Saturday, January 08, 2011

Big state little state

Having followed up on the one state/two state issue, this post picks up another thread from my “Influential left-wing ideas” meme: the big state/little state issue. Sorry to be self-indulgently self-referential. I think this will be the last post on this stuff, and then I’ll probably not be posting or commenting much for a week or so. Continue beneath the fold...

In my post, I suggested that mutualism, co-operatives and self-management, as well as the small state, are ideas that should be more influential on the left. Flesh (actually it was her that planted mutualism in my mind) similarly included mutualism and cooperatives in her list. On the other hand, Sarah included statism in her list.
Statism Like ‘neocon’ this is a word usually used by its enemies.  But having just read Jonah Goldberg’s Liberal Fascism, I found myself irritated by his implication that just because excessive and authoritarian statism is bad, the opposite of these authoritarian movements – small state conservatism, laissez-faire capitalism – is automatically the right solution – it’s just another extreme. Goldberg is very good at depicting the excesses of state interference, but brushes aside the horrors of too little interference.
Flesh makes a similar counter-intuitive move by including the nanny state in her list, as an alternative to the “libertarian paternalism” of the current Coalition regime. Carl kind of weighs in on the statist side too, praising “democratic socialism” in explicit contrast to “libertarian socialism”, and condemning anarchism by claiming that “common cause can be achieved quicker with a conservative who believes in asset-based egalitarianism than an anarchist who believes it necessarily follows that a state leads to dictatorship and private property protection”.

My instincts, as you will have guessed, are firmly libertarian. But I also instinctually sympathise with these folks’ statism in an age when, in the UK and globally, we are seeing the dismantling of the already flimsy safety nets and securities provided by the social arm of the state.

Paul in Lancashire nicely resolves to square this circle:
By the end of 2011 I intend/hope to have: 
1) Resolved some outstanding intellectual incoherencies around a) the current limits vs. the desirability of social democracy; b) leftwing small statism in the context of the necessary shorter term defence of the welfare state; c) libertarianism vs. using social and economic power to take liberties; d) how the best bits of Modern Monetary theory might be adapted to the socialist cause.
From myself, clearly I don’t have the right sort of brain to think this through properly, but I guess that it’s not, as they say, the size of the state as such which matters. It’s about how to provide the kind of safety net the state has traditionally provided in the social democratic model, while also respecting individual dignity and deepening democracy, and on the other hand avoiding bureaucracy, dependency and the concentration of power.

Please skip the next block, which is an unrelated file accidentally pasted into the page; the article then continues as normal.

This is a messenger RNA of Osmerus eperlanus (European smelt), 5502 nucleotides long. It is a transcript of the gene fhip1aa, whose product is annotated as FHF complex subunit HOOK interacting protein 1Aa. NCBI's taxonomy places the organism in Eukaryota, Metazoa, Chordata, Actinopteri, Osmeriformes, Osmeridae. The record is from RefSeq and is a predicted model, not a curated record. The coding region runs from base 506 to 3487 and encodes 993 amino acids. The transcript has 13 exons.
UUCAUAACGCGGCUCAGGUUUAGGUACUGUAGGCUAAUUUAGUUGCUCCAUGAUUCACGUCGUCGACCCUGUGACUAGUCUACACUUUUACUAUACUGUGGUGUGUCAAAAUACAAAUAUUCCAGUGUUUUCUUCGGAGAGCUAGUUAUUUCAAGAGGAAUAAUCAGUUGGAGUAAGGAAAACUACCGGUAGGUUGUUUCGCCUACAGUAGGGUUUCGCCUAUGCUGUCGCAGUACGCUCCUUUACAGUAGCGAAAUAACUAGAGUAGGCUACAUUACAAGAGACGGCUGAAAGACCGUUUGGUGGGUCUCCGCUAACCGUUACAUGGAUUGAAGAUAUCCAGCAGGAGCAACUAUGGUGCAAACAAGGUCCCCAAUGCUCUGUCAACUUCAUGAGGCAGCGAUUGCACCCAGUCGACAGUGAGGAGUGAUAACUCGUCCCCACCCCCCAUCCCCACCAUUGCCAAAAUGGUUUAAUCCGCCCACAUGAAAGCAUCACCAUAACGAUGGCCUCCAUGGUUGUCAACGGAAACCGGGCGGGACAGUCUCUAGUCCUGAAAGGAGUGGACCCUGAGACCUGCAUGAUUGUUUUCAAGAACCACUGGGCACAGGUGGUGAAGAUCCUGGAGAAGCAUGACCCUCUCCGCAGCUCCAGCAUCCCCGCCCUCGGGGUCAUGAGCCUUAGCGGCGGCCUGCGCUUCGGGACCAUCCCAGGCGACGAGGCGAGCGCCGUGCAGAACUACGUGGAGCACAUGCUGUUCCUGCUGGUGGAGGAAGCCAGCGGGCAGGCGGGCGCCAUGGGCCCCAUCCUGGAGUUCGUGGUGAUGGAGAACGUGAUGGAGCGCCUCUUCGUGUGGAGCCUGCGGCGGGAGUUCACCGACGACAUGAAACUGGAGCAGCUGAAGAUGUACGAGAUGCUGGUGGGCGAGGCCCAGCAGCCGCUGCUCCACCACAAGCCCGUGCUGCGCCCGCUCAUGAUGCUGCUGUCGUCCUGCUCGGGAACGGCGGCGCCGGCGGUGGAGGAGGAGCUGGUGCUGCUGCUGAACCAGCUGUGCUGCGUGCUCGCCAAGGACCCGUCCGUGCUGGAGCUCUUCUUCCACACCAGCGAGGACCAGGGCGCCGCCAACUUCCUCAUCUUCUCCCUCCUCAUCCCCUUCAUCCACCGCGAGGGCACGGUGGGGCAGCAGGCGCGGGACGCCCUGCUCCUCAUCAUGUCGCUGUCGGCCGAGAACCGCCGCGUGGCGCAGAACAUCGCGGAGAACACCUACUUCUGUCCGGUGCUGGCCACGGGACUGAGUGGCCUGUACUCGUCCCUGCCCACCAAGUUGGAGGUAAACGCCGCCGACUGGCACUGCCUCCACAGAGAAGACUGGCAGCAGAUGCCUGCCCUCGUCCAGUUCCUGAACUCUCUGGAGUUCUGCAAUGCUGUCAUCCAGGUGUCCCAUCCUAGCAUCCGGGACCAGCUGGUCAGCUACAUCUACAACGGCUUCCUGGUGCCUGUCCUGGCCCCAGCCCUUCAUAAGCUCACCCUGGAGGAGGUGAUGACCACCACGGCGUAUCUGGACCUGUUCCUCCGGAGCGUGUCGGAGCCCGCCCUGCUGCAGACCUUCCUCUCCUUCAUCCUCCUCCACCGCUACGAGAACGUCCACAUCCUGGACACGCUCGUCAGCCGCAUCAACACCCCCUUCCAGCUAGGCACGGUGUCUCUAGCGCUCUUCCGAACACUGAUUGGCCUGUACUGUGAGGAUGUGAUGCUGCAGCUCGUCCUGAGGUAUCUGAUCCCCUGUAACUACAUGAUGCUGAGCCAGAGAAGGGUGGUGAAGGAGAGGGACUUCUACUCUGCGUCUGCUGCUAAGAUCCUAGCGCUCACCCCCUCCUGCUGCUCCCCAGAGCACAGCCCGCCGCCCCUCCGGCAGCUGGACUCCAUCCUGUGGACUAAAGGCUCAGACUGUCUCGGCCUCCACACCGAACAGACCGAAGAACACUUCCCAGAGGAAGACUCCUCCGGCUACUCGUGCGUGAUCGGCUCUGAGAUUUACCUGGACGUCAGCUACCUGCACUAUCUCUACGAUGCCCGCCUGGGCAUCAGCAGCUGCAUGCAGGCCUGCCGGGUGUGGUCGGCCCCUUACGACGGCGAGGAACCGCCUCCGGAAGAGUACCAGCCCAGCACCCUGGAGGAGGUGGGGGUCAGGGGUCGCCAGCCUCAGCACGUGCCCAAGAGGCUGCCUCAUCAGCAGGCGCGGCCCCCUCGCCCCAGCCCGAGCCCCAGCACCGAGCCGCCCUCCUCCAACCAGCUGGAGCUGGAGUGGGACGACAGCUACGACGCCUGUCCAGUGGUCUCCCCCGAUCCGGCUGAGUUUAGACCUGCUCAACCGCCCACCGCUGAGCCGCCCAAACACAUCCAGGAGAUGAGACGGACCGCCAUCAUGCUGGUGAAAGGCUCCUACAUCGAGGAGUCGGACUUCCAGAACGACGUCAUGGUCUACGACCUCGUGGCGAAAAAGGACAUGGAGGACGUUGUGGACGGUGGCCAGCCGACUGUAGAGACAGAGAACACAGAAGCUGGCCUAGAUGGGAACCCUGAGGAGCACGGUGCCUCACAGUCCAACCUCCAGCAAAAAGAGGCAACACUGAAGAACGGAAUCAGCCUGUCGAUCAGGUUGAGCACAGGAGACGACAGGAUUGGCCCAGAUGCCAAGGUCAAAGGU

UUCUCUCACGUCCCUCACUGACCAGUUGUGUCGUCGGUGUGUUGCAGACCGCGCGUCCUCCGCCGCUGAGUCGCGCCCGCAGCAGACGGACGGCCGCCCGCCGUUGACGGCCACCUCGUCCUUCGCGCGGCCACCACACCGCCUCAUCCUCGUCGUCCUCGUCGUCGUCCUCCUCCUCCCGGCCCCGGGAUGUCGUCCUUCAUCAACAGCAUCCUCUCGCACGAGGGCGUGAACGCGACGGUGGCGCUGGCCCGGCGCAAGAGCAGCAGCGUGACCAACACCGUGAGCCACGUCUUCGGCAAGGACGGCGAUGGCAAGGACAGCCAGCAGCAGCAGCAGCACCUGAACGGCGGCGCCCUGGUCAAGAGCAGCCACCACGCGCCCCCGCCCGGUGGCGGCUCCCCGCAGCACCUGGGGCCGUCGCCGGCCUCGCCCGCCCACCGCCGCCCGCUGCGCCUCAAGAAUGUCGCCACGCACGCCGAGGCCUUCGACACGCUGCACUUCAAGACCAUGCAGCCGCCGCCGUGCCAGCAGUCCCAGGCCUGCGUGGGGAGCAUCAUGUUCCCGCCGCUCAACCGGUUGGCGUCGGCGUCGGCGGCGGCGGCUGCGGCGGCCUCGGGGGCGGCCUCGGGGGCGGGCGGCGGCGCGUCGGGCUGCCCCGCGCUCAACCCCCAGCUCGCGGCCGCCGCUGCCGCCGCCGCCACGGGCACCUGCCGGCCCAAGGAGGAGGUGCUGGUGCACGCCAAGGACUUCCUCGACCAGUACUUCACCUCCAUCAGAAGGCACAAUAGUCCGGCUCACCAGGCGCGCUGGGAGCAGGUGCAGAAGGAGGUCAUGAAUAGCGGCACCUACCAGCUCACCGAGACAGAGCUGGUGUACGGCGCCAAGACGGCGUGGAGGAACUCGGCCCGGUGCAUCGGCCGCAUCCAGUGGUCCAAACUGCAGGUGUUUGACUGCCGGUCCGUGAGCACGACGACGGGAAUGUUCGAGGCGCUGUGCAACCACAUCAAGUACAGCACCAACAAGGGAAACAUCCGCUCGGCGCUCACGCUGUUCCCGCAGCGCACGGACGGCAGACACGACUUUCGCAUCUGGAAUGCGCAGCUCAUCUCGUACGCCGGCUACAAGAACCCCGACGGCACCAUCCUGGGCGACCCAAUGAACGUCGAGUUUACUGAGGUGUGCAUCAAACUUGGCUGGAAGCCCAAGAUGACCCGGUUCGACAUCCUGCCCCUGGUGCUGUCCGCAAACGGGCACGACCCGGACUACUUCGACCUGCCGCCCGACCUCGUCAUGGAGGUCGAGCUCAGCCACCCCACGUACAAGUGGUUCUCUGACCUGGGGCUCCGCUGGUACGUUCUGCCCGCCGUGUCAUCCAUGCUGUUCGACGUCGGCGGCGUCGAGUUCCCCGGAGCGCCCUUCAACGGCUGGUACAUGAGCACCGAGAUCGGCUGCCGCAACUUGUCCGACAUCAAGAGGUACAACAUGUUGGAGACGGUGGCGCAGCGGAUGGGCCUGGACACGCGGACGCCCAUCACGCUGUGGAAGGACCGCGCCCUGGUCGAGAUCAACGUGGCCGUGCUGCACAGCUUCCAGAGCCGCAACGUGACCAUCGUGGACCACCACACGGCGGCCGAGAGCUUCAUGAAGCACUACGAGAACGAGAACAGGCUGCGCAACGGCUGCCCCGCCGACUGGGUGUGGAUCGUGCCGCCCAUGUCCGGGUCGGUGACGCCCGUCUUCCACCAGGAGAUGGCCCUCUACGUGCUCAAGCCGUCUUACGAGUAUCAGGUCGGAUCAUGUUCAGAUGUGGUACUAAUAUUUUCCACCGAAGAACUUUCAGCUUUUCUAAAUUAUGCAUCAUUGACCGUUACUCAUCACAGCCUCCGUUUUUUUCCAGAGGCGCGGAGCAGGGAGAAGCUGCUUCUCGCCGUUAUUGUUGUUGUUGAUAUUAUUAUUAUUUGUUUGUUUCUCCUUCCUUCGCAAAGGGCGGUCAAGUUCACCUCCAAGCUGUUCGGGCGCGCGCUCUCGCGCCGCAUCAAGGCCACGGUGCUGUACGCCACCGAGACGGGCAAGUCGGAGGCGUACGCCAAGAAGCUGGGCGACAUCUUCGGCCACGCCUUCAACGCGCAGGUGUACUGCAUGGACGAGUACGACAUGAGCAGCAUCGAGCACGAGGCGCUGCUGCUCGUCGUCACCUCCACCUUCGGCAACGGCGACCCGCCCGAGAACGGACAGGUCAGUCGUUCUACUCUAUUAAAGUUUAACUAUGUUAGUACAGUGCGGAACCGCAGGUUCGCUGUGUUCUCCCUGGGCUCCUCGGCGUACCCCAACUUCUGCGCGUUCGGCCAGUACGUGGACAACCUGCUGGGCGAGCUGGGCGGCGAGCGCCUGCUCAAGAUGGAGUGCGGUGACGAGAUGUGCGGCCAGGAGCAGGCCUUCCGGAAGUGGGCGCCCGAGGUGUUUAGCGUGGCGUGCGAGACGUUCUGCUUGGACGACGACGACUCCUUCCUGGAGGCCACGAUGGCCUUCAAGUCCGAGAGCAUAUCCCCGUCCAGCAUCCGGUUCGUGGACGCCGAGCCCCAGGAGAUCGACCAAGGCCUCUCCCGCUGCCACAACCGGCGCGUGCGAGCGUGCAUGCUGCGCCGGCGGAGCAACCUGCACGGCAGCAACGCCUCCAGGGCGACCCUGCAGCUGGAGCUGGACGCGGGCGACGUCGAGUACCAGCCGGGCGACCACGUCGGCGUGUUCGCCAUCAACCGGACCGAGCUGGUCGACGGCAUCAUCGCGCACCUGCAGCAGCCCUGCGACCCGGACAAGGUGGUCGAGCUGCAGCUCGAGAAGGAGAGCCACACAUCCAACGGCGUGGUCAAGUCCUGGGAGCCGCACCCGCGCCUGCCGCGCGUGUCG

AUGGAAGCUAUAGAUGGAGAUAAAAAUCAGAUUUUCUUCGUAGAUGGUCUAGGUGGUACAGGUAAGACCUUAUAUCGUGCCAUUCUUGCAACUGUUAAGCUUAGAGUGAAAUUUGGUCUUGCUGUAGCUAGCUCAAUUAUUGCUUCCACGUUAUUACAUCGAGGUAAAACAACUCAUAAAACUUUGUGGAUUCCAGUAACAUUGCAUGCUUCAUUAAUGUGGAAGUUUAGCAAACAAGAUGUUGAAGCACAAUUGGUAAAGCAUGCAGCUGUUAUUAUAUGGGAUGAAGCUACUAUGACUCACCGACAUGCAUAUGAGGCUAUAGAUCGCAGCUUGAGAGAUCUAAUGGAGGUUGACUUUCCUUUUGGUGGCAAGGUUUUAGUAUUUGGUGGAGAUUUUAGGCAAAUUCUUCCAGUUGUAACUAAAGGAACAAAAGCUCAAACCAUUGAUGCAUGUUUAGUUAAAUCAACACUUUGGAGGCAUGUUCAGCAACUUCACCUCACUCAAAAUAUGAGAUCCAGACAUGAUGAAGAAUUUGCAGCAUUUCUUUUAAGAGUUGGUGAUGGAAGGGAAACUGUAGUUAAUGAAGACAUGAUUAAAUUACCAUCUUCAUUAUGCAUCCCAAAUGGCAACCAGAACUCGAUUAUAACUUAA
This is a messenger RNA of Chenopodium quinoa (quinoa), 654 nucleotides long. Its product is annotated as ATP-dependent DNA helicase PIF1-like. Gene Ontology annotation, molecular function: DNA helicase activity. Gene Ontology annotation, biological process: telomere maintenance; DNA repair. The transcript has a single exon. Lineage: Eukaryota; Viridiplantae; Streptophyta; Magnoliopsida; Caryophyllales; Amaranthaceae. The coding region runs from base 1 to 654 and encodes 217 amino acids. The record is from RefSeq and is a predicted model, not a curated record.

I think this is why alternative economic models, which return to an older socialist tradition, the tradition of mutual aid, self-help and voluntary co-operation, are having something of a revival: offering the hope of social solidarity outside the state. See, for example, the rather dense two part argument from the IWCA on economic democracy (1, 2), Allan Engler’s book of the same name, its libertarian critique here, and Will Davies’ interesting take on mutualism from a social democratic perspective.


Sarah AB said...

Interesting post - yes, I was being a bit consciously contrary in including 'statism' - though it was a genuine response to Goldberg too. The word 'statism' really doesn't give one a warm glow, and I think it's a good influence only as one mechanism for delivering services fairly and well and limiting inequalities. As I see it as a means rather than an end I'm perfectly receptive to trying to reduce the state along the lines you indicate. This is not an area I have read much about and I haven't followed all your links, which might clarify your position further, but one anti-state position which makes me uneasy is the suggestion that charities could replace some of the state's functions. This is perhaps because I have across so many negative fictional representations of the way in which charities in the past performed some of the functions of the modern welfare state.

Would you support some form of a citizen's income as a way of increasing personal freedom and reducing bureaucracy while still providing a safety net?

schalom libertad said...

The books reviewed here might be worth a read: "The State of Statelessness"

bob said...

Sorry for very slow reply!

I liked that you were being contrary, and sympathise with it. I broadly agree with you.

On charities, well, I have absolutely no problem in principle with stuff the state does being done by charities or by the so-called "community sector". But in practice it is fraught with problems, from the faith base of many of the charities, to the paternalist and patronising way many treat the objects of their charity, to the lack of accountability and democracy involved. The pre-welfare state point is very relevant: it seems to me that in the post-welfare state Big Society we are returning to the worst of Victorian paternalism. It is interesting how many of the institutions of Victorian philanthropy and muscular Christianity (e.g. settlement houses) are coming into their own again!

Citizen's Basic Income: I think so.